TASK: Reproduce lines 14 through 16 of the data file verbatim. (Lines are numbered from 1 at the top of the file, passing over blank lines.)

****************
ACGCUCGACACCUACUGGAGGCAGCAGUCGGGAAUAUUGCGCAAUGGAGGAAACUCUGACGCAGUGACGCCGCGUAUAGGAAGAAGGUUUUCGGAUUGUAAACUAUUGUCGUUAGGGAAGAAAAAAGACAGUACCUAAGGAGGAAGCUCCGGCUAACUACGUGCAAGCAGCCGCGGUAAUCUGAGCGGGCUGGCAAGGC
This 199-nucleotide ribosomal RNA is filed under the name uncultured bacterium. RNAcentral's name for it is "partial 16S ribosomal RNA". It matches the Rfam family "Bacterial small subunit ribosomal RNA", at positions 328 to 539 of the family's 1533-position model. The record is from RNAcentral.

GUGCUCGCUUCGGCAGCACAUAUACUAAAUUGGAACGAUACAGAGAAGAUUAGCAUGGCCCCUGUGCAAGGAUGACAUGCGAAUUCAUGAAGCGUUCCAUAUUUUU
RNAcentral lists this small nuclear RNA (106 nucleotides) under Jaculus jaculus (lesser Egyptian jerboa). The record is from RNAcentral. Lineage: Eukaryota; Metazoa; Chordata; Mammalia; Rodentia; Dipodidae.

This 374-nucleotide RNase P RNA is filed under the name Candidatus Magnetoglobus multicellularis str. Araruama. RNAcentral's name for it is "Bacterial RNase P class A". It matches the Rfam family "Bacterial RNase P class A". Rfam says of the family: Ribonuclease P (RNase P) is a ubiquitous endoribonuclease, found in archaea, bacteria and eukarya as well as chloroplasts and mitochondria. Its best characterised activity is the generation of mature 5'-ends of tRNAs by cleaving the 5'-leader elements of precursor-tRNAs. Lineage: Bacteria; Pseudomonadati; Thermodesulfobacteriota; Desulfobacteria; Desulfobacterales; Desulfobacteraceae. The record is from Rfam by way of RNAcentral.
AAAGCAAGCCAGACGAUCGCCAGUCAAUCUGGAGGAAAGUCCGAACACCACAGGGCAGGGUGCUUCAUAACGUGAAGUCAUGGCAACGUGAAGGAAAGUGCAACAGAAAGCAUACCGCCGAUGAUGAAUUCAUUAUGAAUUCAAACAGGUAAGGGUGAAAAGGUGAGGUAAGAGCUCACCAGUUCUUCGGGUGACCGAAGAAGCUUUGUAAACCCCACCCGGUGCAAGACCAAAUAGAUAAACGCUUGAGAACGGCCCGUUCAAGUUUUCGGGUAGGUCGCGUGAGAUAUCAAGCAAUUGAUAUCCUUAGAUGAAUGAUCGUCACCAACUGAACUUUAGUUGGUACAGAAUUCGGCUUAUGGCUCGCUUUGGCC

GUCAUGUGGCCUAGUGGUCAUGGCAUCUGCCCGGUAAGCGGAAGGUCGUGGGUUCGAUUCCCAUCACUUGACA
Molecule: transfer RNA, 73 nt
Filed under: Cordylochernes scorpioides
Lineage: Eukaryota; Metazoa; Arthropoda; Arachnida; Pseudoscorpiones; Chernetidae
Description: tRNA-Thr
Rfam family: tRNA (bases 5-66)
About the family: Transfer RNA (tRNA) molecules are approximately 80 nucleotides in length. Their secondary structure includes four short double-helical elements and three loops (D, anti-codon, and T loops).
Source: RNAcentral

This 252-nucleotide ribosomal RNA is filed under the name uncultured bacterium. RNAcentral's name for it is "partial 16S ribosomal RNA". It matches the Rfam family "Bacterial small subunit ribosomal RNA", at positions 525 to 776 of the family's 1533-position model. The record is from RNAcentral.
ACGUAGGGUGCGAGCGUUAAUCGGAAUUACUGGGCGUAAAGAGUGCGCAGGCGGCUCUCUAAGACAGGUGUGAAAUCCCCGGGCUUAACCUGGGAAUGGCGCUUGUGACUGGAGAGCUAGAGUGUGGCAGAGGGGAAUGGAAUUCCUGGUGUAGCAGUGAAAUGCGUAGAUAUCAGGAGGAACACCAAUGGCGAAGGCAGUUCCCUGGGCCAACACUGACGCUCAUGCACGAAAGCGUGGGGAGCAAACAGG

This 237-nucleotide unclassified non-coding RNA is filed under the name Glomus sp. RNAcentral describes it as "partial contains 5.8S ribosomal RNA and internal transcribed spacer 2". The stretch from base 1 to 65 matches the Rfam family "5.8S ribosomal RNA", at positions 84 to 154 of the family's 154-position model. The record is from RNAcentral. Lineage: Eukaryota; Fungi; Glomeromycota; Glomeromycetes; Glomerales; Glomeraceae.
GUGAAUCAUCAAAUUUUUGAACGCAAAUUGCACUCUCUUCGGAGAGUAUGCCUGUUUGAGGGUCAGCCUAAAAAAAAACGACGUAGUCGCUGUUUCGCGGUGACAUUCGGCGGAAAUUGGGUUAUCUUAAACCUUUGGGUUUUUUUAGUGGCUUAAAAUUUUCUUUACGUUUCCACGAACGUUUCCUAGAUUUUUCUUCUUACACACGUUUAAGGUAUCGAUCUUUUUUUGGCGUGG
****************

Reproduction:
Source: RNAcentral

This 252-nucleotide ribosomal RNA is filed under the name uncultured bacterium. RNAcentral's name for it is "partial 16S ribosomal RNA". It matches the Rfam family "Bacterial small subunit ribosomal RNA", at positions 525 to 776 of the family's 1533-position model. The record is from RNAcentral.
ACGUAGGGUGCGAGCGUUAAUCGGAAUUACUGGGCGUAAAGAGUGCGCAGGCGGCUCUCUAAGACAGGUGUGAAAUCCCCGGGCUUAACCUGGGAAUGGCGCUUGUGACUGGAGAGCUAGAGUGUGGCAGAGGGGAAUGGAAUUCCUGGUGUAGCAGUGAAAUGCGUAGAUAUCAGGAGGAACACCAAUGGCGAAGGCAGUUCCCUGGGCCAACACUGACGCUCAUGCACGAAAGCGUGGGGAGCAAACAGG